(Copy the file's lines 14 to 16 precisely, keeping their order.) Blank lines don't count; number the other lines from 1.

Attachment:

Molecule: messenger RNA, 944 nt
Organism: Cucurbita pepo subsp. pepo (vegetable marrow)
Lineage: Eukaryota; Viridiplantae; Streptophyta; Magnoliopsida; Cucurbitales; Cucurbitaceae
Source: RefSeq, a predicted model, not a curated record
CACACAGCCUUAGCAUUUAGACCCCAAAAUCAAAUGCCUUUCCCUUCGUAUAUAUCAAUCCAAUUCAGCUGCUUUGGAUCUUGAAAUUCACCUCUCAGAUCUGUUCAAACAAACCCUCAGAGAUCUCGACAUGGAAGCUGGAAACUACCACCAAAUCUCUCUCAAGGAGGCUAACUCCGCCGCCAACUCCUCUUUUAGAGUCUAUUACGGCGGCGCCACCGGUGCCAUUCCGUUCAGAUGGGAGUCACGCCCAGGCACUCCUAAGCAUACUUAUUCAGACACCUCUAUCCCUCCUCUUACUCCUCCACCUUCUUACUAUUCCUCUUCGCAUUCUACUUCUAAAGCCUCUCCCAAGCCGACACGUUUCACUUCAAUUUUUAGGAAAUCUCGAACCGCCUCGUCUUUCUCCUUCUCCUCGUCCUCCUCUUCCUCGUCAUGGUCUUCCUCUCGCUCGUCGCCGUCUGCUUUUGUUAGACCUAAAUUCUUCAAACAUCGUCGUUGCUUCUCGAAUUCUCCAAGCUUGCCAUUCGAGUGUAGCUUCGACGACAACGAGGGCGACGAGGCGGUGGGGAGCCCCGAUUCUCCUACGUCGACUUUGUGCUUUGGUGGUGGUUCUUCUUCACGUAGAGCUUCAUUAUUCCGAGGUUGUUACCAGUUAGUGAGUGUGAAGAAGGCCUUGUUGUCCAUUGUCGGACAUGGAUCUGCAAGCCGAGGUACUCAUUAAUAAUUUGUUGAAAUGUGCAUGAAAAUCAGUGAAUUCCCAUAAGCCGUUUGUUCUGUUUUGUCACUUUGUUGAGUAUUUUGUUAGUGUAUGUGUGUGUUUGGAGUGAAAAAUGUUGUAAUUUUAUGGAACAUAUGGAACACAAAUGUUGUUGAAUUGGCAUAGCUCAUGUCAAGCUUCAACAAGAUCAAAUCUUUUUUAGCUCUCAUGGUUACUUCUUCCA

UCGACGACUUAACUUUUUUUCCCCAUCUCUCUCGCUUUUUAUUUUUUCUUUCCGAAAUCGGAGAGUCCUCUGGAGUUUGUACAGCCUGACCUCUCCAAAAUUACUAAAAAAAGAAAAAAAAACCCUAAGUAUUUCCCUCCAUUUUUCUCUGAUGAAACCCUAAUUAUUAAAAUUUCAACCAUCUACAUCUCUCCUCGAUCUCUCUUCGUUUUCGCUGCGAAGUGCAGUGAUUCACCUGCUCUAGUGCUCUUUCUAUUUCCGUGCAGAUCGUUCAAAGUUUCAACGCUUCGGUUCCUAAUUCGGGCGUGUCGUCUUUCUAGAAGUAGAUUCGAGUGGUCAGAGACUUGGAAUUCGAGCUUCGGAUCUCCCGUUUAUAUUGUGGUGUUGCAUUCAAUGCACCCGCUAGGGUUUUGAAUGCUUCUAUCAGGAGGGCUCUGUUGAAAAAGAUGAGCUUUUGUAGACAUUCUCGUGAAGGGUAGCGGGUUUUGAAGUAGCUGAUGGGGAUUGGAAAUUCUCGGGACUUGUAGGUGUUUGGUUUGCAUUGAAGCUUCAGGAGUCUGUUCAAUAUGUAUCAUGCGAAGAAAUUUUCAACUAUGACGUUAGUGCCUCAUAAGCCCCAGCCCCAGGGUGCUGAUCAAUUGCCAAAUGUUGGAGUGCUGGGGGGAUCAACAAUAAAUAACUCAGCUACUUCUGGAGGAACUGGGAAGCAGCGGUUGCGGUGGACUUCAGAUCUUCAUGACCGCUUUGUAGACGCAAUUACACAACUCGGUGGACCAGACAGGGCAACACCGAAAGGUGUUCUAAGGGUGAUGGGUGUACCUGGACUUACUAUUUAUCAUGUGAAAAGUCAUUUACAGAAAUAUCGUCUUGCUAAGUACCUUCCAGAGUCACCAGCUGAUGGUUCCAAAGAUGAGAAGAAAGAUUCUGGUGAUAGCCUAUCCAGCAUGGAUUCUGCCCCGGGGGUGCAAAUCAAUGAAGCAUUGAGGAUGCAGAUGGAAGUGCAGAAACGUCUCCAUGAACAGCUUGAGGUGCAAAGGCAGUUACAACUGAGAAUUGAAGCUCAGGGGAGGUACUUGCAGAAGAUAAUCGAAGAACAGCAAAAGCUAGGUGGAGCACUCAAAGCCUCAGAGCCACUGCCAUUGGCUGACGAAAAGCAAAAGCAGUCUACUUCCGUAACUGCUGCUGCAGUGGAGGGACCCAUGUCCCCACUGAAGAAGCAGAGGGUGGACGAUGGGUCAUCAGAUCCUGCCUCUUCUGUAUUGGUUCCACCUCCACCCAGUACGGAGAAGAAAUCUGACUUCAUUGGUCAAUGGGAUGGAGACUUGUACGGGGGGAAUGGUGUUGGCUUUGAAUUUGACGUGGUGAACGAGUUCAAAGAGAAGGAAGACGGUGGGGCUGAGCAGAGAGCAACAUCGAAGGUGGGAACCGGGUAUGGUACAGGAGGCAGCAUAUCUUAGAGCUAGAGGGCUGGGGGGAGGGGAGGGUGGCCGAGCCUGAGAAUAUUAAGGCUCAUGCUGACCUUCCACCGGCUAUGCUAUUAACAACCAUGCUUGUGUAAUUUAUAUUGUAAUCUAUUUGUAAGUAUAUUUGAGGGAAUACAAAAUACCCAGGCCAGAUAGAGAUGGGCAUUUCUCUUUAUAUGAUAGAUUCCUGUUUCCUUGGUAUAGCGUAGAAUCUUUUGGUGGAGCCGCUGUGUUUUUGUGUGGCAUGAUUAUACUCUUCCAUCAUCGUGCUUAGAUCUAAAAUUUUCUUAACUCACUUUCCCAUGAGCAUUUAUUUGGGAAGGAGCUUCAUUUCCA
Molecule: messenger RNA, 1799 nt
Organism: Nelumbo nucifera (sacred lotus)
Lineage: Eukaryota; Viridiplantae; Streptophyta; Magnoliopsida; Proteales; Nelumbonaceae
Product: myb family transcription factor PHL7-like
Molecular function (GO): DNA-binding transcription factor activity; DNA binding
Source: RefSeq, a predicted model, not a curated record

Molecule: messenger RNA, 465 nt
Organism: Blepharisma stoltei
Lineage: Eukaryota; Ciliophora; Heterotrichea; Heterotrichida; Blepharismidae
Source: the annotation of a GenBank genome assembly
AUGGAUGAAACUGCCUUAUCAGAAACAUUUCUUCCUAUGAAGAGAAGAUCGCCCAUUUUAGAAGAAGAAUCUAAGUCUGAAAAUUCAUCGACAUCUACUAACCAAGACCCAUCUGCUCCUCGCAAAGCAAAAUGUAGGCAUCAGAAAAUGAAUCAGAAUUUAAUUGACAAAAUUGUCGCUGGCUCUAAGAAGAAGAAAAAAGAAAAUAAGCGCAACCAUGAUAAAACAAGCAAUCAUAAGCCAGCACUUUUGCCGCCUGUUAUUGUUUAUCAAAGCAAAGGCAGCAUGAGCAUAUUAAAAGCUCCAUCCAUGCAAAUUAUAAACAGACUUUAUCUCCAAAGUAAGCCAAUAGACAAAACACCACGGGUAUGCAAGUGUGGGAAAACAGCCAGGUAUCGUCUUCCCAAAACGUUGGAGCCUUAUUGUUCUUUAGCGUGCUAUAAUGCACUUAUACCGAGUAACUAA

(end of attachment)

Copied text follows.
Organism: Blepharisma stoltei
Lineage: Eukaryota; Ciliophora; Heterotrichea; Heterotrichida; Blepharismidae
Source: the annotation of a GenBank genome assembly